In 2011, we developed and analyzed a new expanded mixed finite element method [19] for elliptic equations based on the mixed schemes [20, 21] which have been studied for some partial differential equations [4, 2225]. Compared to Chen’s expanded mixed method, the gradient for the new expanded mixed method belongs to the simple square integrable space instead of the classical space. In this paper, we will study the new expanded mixed element method for convection-dominated Sobolev equation. We will give the proof for the existence and uniqueness of the solution for semidiscrete scheme and a new expanded mixed projection and the proof of its uniqueness. We will prove the optimal a priori error estimates in -norm for the scalar unknown and a priori error estimates in -norm for its gradient and its flux . In particular, we obtained the optimal a priori error estimates in -norm for the scalar unknown . Finally, we obtained some numerical results to confirm our theoretical analysis.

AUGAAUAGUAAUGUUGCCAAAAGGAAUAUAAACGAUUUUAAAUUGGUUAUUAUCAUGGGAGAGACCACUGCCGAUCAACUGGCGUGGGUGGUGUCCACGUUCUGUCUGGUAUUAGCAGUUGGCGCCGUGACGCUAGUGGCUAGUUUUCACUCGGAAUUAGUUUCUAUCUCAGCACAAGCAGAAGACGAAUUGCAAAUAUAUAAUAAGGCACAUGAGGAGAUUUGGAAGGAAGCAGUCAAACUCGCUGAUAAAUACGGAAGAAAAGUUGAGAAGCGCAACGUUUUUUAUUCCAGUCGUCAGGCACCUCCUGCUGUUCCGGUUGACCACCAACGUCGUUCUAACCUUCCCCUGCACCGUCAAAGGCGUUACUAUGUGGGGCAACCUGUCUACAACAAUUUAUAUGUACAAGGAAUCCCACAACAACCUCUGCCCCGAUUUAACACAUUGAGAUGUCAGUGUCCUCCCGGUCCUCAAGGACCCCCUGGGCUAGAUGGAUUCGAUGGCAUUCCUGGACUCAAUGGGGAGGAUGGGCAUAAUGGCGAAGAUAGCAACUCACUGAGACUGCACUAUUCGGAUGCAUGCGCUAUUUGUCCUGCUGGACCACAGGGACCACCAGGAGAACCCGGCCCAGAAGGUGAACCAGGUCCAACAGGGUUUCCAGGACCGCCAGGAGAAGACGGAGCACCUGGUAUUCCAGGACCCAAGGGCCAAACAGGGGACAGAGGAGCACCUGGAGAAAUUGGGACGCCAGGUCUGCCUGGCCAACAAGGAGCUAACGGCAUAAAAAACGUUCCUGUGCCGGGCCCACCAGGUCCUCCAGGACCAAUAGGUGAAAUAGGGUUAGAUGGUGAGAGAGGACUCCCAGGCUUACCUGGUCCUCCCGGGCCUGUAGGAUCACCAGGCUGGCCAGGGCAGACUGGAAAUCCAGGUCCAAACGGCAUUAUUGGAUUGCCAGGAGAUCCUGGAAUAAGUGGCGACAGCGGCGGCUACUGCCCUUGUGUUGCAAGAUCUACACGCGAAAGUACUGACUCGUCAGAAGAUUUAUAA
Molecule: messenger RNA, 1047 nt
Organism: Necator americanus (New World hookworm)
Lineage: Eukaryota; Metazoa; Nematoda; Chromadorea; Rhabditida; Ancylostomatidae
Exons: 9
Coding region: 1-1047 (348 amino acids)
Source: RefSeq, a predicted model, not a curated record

Throughout this paper, will denote a generic positive constant which is free of the space-time parameters and . At the same time, we denote the natural inner product in or by with the corresponding norm . The other notations and definitions of Sobolev spaces as in [26] are used.

#### 2. New Expanded Mixed Formulation

Introducing the two auxiliary variables , , we obtain the following first-order system for (1): Using Chen’s expanded mixed method, the mixed weak formulation for problem (1) is to find such that where or , , and .